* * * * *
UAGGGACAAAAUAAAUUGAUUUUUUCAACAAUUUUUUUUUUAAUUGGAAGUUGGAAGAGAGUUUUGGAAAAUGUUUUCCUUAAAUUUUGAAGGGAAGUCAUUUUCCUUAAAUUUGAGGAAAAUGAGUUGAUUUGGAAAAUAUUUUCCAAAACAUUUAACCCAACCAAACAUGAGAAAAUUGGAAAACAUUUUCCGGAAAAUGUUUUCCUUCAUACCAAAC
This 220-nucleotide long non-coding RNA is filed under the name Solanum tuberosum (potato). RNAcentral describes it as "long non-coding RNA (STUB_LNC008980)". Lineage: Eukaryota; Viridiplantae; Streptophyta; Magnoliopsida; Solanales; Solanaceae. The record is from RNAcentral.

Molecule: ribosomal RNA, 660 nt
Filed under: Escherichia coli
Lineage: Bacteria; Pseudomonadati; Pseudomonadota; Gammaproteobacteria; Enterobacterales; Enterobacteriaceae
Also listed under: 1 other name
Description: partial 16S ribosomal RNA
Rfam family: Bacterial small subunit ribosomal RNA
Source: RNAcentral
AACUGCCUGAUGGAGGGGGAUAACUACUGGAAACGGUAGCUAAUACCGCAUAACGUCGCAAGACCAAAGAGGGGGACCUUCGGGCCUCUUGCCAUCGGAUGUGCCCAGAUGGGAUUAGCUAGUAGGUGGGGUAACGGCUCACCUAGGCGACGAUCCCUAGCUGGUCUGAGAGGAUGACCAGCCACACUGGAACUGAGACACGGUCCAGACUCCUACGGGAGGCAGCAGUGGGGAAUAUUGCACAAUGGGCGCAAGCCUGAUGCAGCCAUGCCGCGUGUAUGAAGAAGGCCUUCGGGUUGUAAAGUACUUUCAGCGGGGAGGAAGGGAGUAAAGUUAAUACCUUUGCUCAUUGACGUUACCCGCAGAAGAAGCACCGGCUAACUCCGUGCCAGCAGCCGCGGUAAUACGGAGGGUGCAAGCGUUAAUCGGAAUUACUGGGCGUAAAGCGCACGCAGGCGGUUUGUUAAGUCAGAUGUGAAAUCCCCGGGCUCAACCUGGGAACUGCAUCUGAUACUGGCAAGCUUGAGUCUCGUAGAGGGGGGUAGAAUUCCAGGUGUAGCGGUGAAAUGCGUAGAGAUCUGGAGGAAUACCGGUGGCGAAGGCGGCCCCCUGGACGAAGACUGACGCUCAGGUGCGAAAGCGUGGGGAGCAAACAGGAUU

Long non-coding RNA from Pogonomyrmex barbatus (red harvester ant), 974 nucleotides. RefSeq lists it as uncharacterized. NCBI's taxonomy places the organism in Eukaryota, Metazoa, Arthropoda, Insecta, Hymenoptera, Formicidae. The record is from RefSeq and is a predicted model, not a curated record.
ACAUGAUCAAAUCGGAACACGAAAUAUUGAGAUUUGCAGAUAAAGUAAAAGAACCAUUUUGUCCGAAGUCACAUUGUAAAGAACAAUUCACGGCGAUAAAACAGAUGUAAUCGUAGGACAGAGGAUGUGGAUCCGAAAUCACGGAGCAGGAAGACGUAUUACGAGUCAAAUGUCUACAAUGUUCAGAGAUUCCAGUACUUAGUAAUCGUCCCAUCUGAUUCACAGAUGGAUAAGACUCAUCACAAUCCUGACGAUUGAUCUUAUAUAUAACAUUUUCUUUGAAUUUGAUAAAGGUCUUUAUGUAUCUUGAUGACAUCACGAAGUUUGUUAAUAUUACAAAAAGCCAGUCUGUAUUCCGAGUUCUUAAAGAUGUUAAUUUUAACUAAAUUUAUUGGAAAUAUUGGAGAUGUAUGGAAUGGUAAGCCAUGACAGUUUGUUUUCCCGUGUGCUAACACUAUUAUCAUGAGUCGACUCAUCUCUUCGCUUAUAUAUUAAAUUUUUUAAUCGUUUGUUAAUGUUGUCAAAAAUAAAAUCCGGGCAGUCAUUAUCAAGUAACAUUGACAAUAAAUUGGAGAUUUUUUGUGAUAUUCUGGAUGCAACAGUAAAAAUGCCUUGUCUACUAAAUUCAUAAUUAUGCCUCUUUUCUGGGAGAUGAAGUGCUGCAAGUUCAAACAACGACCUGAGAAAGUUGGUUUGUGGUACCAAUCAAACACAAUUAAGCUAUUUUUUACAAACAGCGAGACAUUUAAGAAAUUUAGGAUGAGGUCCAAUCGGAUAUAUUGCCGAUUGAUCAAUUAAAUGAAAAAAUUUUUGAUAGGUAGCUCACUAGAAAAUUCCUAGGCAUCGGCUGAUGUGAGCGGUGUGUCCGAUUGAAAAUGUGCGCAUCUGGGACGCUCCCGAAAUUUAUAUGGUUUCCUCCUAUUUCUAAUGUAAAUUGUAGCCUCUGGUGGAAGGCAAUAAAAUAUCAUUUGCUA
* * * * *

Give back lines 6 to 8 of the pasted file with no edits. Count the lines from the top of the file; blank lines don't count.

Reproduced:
Also listed under: 1 other name
Description: partial 16S ribosomal RNA
Rfam family: Bacterial small subunit ribosomal RNA